Looking to 2021 from a very unusual 2020

In this, our annual look back review and look forward preview of the major events and trends in the energy sector, we note the extremely unusual year that 2020 has been.Of course, Covid-19 has dominated the year and caused much pain and anxiety for many – our thoughts are with those have suffered and our hopes are also for all of us as we head into 2021.

The impacts of Covid-19 shone a spotlight on key issues in our societies, economies, work and so much more. In the energy sector we saw many things change or even slow but also many aspects of the clean energy transition that robustly continued at pace.

At this time last year we highlighted (as many others did also) 2020 as a year of transition into a new decade with a variety of hopes and expectations for the energy system. We were looking at the prospects of building on a past decade of supportive policy, regulation, investment and innovation in the clean energy transition. This year, there is still that same hope but a dawning reality of both the seriousness of the developing climate effects and the scale of the challenge to transform energy and other climate impacting sectors.The focus needs to be sharpened further on turning words into action, investment and implementation in this climate decade.

Below, we provide some views on what we are seeing in key parts of the energy transition generally but also where the clean, decentralised, customer-flexible energy market is heading. Nothing that we have seen suggests any lessening of the 3D trends (decarbonisation, decentralisation, digitalisation), and in fact there is much that suggests that the 3D trends are still accelerating.

Policy & Regulation

  • We entered 2020 expecting policy and regulatory action on climate change and a net zero energy system.Through the year we have seen significant commitments from China, the climate plan from the incoming Biden administration in the US, the Clean Energy Package in the EU and a new Energy White Paper in the UK. With focus turning to COP26 in Glasgow in 2021, we expect the political world to draw further attention to zero-carbon energy with shortened pathway to implementation.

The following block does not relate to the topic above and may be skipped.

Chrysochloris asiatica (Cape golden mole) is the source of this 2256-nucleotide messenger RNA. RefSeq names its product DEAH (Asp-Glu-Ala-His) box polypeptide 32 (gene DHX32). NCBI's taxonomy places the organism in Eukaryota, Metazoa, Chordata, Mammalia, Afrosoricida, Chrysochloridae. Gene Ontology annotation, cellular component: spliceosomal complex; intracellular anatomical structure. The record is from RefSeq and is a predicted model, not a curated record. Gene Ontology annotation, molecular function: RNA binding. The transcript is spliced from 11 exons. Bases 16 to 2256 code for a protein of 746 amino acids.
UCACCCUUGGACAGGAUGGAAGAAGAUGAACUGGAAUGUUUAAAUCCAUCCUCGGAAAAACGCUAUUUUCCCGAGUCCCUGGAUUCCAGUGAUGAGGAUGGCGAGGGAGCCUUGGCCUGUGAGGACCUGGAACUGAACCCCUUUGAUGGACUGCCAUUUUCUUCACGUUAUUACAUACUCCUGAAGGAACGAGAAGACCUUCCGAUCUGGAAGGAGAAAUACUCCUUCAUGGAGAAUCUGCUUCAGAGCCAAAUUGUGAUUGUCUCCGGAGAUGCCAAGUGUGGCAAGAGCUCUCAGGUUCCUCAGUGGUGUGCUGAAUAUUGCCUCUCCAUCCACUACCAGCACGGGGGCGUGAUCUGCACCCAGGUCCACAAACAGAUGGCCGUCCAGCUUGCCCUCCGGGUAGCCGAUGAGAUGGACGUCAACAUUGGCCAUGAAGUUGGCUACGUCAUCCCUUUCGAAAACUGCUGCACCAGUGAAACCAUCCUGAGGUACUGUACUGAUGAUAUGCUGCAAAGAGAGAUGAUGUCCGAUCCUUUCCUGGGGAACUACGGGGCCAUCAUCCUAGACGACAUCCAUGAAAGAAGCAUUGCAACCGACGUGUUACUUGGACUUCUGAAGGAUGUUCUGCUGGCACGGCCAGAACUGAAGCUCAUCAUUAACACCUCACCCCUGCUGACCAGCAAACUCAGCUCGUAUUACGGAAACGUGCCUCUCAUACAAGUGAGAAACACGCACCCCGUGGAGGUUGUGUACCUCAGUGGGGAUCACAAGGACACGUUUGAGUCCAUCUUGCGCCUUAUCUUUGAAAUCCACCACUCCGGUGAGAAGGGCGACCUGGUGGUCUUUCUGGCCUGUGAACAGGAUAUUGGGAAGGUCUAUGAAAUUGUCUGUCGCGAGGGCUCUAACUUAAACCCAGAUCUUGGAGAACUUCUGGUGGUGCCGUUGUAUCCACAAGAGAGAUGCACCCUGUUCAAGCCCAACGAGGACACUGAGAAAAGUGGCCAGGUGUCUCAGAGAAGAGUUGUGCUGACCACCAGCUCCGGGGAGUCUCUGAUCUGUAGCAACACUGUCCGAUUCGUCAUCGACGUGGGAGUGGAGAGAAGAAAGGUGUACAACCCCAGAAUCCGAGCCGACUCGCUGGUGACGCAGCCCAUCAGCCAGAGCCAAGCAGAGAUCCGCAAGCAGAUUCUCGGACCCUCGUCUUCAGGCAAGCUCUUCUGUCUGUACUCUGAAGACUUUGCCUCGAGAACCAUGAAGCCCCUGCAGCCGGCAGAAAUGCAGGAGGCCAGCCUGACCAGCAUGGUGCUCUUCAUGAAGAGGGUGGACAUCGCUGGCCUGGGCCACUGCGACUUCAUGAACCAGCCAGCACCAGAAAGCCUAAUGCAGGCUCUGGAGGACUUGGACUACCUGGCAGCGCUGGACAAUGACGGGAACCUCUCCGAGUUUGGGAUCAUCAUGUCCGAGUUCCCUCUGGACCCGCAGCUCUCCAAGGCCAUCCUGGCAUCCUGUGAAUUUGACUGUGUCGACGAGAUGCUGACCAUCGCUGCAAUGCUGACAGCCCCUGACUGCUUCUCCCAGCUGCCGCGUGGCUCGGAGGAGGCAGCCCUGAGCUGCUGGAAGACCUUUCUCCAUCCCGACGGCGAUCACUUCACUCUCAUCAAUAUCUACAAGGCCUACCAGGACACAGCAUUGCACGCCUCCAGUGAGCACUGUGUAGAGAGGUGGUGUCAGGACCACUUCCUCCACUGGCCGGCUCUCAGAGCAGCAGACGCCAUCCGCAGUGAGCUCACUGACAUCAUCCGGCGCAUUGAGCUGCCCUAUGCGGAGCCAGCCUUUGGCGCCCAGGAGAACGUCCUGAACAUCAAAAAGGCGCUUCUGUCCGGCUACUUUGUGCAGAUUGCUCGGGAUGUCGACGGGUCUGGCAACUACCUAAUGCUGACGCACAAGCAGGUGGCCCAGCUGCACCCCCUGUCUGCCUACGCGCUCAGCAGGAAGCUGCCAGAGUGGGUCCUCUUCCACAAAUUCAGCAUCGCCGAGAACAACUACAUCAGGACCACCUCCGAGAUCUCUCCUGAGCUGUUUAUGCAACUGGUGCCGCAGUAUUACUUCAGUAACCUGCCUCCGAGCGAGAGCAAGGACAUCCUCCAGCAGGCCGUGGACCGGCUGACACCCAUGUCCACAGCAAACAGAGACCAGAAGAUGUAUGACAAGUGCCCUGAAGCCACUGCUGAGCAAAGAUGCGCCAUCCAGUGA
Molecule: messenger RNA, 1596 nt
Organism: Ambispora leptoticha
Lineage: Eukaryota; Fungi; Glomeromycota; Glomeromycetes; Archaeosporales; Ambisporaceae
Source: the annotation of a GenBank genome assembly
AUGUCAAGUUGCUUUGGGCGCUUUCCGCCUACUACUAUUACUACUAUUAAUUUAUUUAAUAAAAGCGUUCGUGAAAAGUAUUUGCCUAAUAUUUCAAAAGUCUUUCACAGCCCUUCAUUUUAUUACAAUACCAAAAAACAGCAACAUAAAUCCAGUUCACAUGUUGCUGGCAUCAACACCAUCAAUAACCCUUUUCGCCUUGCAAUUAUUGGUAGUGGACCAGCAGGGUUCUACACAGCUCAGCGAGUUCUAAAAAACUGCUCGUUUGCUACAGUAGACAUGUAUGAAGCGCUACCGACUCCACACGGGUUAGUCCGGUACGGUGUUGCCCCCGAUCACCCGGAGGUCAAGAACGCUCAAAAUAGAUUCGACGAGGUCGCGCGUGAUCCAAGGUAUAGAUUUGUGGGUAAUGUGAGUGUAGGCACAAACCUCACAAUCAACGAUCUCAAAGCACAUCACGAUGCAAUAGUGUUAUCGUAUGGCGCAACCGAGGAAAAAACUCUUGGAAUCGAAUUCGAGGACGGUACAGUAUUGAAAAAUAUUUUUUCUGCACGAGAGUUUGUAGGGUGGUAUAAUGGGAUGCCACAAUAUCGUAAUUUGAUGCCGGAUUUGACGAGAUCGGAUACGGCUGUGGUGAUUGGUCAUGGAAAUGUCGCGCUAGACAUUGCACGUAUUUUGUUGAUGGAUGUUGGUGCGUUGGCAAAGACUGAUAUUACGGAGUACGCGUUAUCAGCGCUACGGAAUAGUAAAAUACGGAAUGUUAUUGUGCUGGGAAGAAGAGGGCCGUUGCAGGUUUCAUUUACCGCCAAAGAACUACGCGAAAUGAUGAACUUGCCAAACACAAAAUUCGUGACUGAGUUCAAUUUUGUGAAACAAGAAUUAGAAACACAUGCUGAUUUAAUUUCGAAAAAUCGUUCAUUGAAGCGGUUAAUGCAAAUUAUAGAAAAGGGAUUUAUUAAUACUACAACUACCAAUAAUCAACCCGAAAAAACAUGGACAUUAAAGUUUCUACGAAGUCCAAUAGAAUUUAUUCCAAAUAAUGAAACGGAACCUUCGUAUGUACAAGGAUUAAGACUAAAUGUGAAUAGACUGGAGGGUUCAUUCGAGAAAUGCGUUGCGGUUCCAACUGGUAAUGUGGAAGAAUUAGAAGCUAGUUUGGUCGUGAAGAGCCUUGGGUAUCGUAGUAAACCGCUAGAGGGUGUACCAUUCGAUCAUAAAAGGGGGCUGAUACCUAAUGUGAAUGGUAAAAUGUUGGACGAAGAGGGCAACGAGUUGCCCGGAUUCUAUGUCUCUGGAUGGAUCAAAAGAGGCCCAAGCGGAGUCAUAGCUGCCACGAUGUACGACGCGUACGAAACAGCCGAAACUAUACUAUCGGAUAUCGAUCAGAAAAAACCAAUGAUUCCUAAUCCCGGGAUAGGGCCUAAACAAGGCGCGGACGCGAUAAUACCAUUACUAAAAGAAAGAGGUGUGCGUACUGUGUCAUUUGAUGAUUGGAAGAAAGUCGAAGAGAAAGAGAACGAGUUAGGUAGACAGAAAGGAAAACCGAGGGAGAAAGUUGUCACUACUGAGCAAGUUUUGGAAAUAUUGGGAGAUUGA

We expect regulators to speed up the process of implementing investment, incentive, stimulus, market and system change orders that reflect the growing climate change urgency. In the world of distributed energy, we expect that to take the form of market opening to much more customer and Distributed Energy Resources (DER) flexibility, recognising the need for cost effective DER integration solutions that properly value and harness DER contribution to an efficient, clean, reliable energy system.

We expect attention to turn to the speed and quality of clean and smart energy execution as the evidence base grows for the best ways to deliver renewable energy into an optimal ‘whole system’.

 

Technologies & Solutions

Some of the expected innovative deployments of technology and new solutions in smart energy were delayed by Covid-19 but we do not think this has materially changed the overall trends in new low carbon technologies and the systems that integrate and manage them. Analyst reporting throughout the year showed continued strong progress with clean energy capacity additions but with some headwinds on installation access and funding at the smaller scale.

There were plenty of firsts in this last year in EV grid integration with new charge infrastructure build-out and new business models.The more clearly looming Internal Combustion Engine (ICE) bans and accompanying infrastructure investment and stimulus packages will push charge infrastructure deployment forward in 2021 and beyond, with much of this heading towards smart, controllable and flexible capabilities for charge equipment.

We did not see as much progress in electric heating (and cooling) in 2020 but this is, arguably, the biggest and most challenging area of energy decarbonisation and is likely to take time to really get scale deployment underway. We expect steady progress in the coming year and with increased attention on the enormous opportunity for smart, flexible grid integration of heating.

  • We did see a lot more interest in Hydrogen in 2020 as both a clean energy vector and a fuel with the potential to resolve bulk transport, process heat, long duration storage, domestic heat and other needs. Many questions remain on production locations, scale, green hydrogen grid integration, storage management and the all-important flexibility value stack – we might see more answers to these questions in 2021.
  • We also saw a real uplift in opportunities for Microgrids as deployments pushed forward for resiliency, rural community development and energy access. There seemed to be a growing recognition of enabling the microgrid energy assets to earn their own way in grid connected modes while always being ready for outage events.